We’ve all heard of the overly-used arguments that people make in order to support the captivity of animals. One of the headlining bullet points of any pro-cap is that zoos promote education and conservation … especially amongst children. Well, perhaps it’s time for captivity supporters to rearrange their “list of claims” because based on a newly published paper in the academic journal, Conservation Biology, the idea that zoos educate children “shockingly” appears to be untrue.
After surveying over 2,800 children after both guided and unguided visits to the London Zoo, most children (62 percent, to be exact) showed no indication of learning new facts about animals or environmental conservation. What’s even better is that some kids even demonstrated what the study calls a “negative learning outcome.” This negative learning outcome was discovered when children were asked if they believed they could actively participate in conservation efforts. Based on the study’s findings, children “did not feel empowered to believe that they can take ‘effective ameliorative action’ on matters relating to conservation after their zoo experience.”
The director of the Captive Animals’ Protection Society (CAPS), Liz Tyson, explains the results of the study, “Zoos present an entirely false view of both the animals themselves, and of the real and very urgent issues facing many species in their natural homes. This new research appears to confirm what we have said for many years. Zoos do not educate nor do they empower or inspire children to become conservationists.”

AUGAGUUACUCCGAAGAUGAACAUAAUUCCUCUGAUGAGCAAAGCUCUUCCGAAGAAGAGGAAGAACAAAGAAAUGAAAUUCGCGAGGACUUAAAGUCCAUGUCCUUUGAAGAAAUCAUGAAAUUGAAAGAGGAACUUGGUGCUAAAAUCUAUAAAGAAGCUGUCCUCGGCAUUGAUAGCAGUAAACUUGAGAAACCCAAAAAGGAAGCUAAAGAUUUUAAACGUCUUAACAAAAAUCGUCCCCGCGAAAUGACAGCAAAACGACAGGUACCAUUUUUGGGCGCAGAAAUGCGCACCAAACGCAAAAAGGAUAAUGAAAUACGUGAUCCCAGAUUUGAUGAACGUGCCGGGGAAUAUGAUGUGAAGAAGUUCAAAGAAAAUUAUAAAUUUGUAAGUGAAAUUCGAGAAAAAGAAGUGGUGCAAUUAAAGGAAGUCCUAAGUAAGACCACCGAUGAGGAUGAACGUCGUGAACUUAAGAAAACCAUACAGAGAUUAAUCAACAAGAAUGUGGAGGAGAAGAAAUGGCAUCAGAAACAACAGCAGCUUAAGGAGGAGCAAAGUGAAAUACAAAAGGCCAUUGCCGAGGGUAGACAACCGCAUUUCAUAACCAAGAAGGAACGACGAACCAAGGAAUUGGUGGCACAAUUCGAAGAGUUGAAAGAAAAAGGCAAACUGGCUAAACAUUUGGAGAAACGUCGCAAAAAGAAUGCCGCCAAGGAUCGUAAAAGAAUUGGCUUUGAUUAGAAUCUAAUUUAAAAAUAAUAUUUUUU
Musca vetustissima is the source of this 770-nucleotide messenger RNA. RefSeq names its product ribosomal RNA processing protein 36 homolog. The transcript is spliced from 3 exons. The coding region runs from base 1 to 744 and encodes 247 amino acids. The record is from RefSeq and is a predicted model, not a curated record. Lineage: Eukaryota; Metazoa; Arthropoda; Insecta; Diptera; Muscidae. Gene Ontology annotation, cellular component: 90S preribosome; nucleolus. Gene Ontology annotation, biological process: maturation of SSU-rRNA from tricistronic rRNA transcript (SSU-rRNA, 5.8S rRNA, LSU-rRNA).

What?! Viewing a polar bear lay flat on a concrete floor instead of hunting for seals on ice is not considered education? How truly groundbreaking.
A similar report in 2010 (mind you, a report commissioned by the government) showed early signs of concern about the lack of educational impact made by zoological institutions.
In addition to her statement, Tyson suggests alternatives to the easily accessible zoos we all grew fond of as kids, “There are many ways to learn about the natural world without holding animals captive for their lifetimes in order to do so. We would like to encourage schools and parents everywhere to look to more compassionate, inspiring and educative activities for their children”.
Furthermore, we suggest that zoo-lovers begin switching from the prison-like conditions of zoos to sanctuaries that offer protection for animals rather than profiting off of them.
So tell us, Green Monsters. Do you think this study will alter a pro-caps views on the impact of animal captivity on human education? Let us know in the comments section!
Image source: woodleywonderworks/Flickr
Hi, I am hoping to do my dissertation on a very similar project, would it be at all possible for you to send me a list of paper that you think would be useful? Thanks